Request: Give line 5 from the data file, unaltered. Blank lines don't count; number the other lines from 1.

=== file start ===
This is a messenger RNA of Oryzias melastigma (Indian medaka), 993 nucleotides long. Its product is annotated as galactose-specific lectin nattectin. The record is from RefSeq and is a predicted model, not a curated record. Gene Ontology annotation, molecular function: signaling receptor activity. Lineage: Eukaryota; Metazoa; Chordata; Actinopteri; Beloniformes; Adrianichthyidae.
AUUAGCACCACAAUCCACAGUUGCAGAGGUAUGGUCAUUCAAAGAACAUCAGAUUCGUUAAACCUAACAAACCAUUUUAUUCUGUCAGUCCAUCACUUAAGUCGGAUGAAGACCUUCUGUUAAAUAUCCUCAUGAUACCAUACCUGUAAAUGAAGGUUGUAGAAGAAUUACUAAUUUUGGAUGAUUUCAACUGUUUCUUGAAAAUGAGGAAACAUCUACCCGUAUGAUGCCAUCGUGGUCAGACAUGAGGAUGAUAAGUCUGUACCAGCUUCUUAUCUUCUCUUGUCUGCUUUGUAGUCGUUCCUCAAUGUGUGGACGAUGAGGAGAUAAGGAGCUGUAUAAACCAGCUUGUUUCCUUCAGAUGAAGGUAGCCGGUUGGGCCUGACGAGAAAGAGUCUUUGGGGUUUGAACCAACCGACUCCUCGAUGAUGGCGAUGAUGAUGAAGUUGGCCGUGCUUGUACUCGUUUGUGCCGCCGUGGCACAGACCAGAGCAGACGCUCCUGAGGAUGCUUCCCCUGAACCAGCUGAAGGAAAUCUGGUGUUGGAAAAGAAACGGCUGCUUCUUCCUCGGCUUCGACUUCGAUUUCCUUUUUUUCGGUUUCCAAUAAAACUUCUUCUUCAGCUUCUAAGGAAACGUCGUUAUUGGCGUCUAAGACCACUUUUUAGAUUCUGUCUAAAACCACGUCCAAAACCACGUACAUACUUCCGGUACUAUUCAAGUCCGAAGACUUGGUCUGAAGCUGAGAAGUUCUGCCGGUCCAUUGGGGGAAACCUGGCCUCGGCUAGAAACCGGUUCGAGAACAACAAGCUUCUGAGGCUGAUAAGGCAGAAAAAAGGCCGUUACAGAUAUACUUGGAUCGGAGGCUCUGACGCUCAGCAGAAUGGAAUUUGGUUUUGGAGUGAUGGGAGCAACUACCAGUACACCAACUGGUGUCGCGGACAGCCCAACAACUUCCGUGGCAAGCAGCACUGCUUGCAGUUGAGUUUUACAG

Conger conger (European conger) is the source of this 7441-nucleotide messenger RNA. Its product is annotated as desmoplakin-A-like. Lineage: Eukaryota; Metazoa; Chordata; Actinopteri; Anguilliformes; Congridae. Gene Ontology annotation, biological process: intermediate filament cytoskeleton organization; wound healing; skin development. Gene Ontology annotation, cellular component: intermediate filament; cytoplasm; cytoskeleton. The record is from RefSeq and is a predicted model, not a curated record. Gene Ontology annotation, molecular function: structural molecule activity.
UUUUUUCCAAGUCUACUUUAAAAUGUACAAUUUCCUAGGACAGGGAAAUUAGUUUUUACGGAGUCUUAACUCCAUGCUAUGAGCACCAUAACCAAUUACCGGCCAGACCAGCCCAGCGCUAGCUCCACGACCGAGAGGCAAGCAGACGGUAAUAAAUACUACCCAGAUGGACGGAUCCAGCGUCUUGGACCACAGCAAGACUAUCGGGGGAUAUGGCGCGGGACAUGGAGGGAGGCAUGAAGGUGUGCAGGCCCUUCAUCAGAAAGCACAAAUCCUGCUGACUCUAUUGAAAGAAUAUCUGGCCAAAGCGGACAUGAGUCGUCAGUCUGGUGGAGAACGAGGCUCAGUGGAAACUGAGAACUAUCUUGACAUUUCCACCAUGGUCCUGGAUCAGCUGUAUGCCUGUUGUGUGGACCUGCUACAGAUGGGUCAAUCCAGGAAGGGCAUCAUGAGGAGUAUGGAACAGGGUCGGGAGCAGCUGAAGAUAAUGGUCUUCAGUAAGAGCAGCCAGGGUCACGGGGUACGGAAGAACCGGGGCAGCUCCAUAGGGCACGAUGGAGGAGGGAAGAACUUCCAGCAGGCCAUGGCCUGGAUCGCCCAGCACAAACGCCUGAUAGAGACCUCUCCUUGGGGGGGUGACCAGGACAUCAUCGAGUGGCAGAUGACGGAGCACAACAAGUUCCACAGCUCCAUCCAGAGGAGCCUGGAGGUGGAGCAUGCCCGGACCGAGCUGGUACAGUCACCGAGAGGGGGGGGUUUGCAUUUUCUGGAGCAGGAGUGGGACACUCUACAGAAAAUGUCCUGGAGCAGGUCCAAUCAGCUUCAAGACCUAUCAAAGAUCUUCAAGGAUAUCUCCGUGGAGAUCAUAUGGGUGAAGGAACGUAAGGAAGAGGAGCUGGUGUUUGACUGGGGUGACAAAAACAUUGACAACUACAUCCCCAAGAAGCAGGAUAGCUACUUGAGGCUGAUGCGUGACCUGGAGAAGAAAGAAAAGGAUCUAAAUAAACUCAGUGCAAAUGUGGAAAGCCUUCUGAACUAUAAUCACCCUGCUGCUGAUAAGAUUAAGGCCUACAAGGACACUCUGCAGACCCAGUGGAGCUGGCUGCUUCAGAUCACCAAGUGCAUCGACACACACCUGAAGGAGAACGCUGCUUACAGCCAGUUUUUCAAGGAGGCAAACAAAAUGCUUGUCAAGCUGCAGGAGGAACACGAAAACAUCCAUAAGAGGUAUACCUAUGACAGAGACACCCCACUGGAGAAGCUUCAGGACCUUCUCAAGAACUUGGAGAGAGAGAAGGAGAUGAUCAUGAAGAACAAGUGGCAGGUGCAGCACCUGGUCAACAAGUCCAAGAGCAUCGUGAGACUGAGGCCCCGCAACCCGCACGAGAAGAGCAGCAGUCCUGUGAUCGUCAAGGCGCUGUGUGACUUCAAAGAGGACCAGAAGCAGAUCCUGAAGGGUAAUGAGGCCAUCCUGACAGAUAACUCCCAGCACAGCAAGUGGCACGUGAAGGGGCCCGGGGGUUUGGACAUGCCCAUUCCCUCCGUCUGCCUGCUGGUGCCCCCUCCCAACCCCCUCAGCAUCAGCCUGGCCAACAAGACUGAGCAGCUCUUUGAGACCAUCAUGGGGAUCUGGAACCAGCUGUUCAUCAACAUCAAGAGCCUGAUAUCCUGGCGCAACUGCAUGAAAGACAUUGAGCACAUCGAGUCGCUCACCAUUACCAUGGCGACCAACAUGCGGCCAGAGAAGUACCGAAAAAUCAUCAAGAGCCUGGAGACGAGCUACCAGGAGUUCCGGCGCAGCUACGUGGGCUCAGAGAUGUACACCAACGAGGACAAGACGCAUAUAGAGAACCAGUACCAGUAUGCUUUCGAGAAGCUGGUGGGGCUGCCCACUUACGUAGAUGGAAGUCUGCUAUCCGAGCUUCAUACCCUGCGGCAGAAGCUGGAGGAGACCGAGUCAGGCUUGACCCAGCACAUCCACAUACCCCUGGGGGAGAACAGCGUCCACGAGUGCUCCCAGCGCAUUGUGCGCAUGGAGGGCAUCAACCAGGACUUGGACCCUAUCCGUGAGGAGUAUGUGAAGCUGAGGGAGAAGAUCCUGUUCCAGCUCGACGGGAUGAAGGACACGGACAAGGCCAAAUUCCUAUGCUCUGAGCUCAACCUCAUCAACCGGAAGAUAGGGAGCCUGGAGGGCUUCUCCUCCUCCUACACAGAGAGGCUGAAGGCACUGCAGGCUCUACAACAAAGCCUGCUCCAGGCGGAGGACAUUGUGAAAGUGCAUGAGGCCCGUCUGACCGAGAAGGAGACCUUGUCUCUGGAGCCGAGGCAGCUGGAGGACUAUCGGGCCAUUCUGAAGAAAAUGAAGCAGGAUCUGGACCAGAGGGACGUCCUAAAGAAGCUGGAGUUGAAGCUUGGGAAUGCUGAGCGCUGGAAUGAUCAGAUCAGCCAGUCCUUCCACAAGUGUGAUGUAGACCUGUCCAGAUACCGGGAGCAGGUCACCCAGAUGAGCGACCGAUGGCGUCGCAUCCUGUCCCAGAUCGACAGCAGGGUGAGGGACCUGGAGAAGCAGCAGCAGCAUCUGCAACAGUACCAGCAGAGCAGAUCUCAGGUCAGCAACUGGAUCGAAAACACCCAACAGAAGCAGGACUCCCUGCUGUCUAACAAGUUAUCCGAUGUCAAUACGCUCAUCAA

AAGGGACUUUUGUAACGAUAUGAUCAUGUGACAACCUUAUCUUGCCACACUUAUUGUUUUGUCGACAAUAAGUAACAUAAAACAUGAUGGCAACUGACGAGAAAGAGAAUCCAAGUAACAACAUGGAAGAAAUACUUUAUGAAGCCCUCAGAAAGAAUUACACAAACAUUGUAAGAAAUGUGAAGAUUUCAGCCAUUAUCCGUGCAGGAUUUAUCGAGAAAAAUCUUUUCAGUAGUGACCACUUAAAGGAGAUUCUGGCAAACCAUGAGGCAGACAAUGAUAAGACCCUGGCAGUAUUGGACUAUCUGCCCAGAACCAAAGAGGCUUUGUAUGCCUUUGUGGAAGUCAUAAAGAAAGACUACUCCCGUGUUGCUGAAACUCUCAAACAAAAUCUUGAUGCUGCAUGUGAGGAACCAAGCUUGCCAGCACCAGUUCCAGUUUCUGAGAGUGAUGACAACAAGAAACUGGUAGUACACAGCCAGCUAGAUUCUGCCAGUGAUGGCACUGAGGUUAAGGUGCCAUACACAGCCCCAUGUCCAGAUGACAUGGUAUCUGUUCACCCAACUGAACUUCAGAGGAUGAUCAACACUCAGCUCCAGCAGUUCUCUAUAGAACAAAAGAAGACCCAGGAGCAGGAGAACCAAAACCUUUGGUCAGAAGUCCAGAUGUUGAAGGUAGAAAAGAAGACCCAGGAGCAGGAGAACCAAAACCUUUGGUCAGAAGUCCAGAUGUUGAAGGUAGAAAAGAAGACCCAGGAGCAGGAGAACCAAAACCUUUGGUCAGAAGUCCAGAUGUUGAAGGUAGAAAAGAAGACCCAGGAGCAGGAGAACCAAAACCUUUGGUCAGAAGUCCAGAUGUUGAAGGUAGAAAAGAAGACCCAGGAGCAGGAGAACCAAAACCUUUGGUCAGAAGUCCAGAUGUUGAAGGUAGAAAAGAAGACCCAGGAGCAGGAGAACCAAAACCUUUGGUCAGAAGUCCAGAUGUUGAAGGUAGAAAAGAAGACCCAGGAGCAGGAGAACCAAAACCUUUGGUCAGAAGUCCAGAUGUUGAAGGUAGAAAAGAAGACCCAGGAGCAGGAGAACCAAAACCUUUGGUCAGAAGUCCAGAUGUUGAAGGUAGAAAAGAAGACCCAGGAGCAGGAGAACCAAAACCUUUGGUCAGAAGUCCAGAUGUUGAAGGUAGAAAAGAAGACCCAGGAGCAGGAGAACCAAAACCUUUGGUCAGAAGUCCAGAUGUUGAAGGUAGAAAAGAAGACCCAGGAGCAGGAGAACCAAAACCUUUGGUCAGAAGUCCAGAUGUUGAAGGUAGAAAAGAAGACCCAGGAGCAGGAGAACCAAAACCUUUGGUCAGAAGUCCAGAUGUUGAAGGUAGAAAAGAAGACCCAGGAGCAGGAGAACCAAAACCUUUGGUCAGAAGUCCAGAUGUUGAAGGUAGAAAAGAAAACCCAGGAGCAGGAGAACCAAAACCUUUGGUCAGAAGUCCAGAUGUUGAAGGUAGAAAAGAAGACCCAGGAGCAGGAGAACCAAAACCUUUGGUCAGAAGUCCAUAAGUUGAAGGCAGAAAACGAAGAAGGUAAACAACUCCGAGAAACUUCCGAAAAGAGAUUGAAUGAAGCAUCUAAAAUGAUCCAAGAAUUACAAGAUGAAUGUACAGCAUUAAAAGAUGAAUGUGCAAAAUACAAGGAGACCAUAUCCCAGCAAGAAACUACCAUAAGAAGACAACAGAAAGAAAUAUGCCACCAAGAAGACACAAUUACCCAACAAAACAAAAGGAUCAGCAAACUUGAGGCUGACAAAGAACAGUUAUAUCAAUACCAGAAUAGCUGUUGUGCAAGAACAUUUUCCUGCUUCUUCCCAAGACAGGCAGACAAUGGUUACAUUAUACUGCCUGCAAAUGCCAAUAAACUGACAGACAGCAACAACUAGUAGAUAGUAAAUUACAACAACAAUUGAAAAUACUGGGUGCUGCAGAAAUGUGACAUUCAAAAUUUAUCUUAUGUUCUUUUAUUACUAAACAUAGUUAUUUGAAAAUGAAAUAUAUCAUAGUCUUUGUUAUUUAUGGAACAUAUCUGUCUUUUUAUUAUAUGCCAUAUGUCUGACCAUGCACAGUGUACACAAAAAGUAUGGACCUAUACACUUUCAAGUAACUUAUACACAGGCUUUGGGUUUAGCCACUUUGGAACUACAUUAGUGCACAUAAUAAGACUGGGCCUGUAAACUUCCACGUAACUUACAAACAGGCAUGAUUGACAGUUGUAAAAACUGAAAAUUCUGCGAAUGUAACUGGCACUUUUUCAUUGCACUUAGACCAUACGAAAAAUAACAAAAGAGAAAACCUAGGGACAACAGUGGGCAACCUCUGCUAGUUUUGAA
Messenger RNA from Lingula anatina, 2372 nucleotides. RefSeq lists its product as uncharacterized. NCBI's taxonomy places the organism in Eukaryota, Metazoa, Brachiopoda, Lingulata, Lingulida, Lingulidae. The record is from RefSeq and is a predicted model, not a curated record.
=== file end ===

AAGGGACUUUUGUAACGAUAUGAUCAUGUGACAACCUUAUCUUGCCACACUUAUUGUUUUGUCGACAAUAAGUAACAUAAAACAUGAUGGCAACUGACGAGAAAGAGAAUCCAAGUAACAACAUGGAAGAAAUACUUUAUGAAGCCCUCAGAAAGAAUUACACAAACAUUGUAAGAAAUGUGAAGAUUUCAGCCAUUAUCCGUGCAGGAUUUAUCGAGAAAAAUCUUUUCAGUAGUGACCACUUAAAGGAGAUUCUGGCAAACCAUGAGGCAGACAAUGAUAAGACCCUGGCAGUAUUGGACUAUCUGCCCAGAACCAAAGAGGCUUUGUAUGCCUUUGUGGAAGUCAUAAAGAAAGACUACUCCCGUGUUGCUGAAACUCUCAAACAAAAUCUUGAUGCUGCAUGUGAGGAACCAAGCUUGCCAGCACCAGUUCCAGUUUCUGAGAGUGAUGACAACAAGAAACUGGUAGUACACAGCCAGCUAGAUUCUGCCAGUGAUGGCACUGAGGUUAAGGUGCCAUACACAGCCCCAUGUCCAGAUGACAUGGUAUCUGUUCACCCAACUGAACUUCAGAGGAUGAUCAACACUCAGCUCCAGCAGUUCUCUAUAGAACAAAAGAAGACCCAGGAGCAGGAGAACCAAAACCUUUGGUCAGAAGUCCAGAUGUUGAAGGUAGAAAAGAAGACCCAGGAGCAGGAGAACCAAAACCUUUGGUCAGAAGUCCAGAUGUUGAAGGUAGAAAAGAAGACCCAGGAGCAGGAGAACCAAAACCUUUGGUCAGAAGUCCAGAUGUUGAAGGUAGAAAAGAAGACCCAGGAGCAGGAGAACCAAAACCUUUGGUCAGAAGUCCAGAUGUUGAAGGUAGAAAAGAAGACCCAGGAGCAGGAGAACCAAAACCUUUGGUCAGAAGUCCAGAUGUUGAAGGUAGAAAAGAAGACCCAGGAGCAGGAGAACCAAAACCUUUGGUCAGAAGUCCAGAUGUUGAAGGUAGAAAAGAAGACCCAGGAGCAGGAGAACCAAAACCUUUGGUCAGAAGUCCAGAUGUUGAAGGUAGAAAAGAAGACCCAGGAGCAGGAGAACCAAAACCUUUGGUCAGAAGUCCAGAUGUUGAAGGUAGAAAAGAAGACCCAGGAGCAGGAGAACCAAAACCUUUGGUCAGAAGUCCAGAUGUUGAAGGUAGAAAAGAAGACCCAGGAGCAGGAGAACCAAAACCUUUGGUCAGAAGUCCAGAUGUUGAAGGUAGAAAAGAAGACCCAGGAGCAGGAGAACCAAAACCUUUGGUCAGAAGUCCAGAUGUUGAAGGUAGAAAAGAAGACCCAGGAGCAGGAGAACCAAAACCUUUGGUCAGAAGUCCAGAUGUUGAAGGUAGAAAAGAAGACCCAGGAGCAGGAGAACCAAAACCUUUGGUCAGAAGUCCAGAUGUUGAAGGUAGAAAAGAAAACCCAGGAGCAGGAGAACCAAAACCUUUGGUCAGAAGUCCAGAUGUUGAAGGUAGAAAAGAAGACCCAGGAGCAGGAGAACCAAAACCUUUGGUCAGAAGUCCAUAAGUUGAAGGCAGAAAACGAAGAAGGUAAACAACUCCGAGAAACUUCCGAAAAGAGAUUGAAUGAAGCAUCUAAAAUGAUCCAAGAAUUACAAGAUGAAUGUACAGCAUUAAAAGAUGAAUGUGCAAAAUACAAGGAGACCAUAUCCCAGCAAGAAACUACCAUAAGAAGACAACAGAAAGAAAUAUGCCACCAAGAAGACACAAUUACCCAACAAAACAAAAGGAUCAGCAAACUUGAGGCUGACAAAGAACAGUUAUAUCAAUACCAGAAUAGCUGUUGUGCAAGAACAUUUUCCUGCUUCUUCCCAAGACAGGCAGACAAUGGUUACAUUAUACUGCCUGCAAAUGCCAAUAAACUGACAGACAGCAACAACUAGUAGAUAGUAAAUUACAACAACAAUUGAAAAUACUGGGUGCUGCAGAAAUGUGACAUUCAAAAUUUAUCUUAUGUUCUUUUAUUACUAAACAUAGUUAUUUGAAAAUGAAAUAUAUCAUAGUCUUUGUUAUUUAUGGAACAUAUCUGUCUUUUUAUUAUAUGCCAUAUGUCUGACCAUGCACAGUGUACACAAAAAGUAUGGACCUAUACACUUUCAAGUAACUUAUACACAGGCUUUGGGUUUAGCCACUUUGGAACUACAUUAGUGCACAUAAUAAGACUGGGCCUGUAAACUUCCACGUAACUUACAAACAGGCAUGAUUGACAGUUGUAAAAACUGAAAAUUCUGCGAAUGUAACUGGCACUUUUUCAUUGCACUUAGACCAUACGAAAAAUAACAAAAGAGAAAACCUAGGGACAACAGUGGGCAACCUCUGCUAGUUUUGAA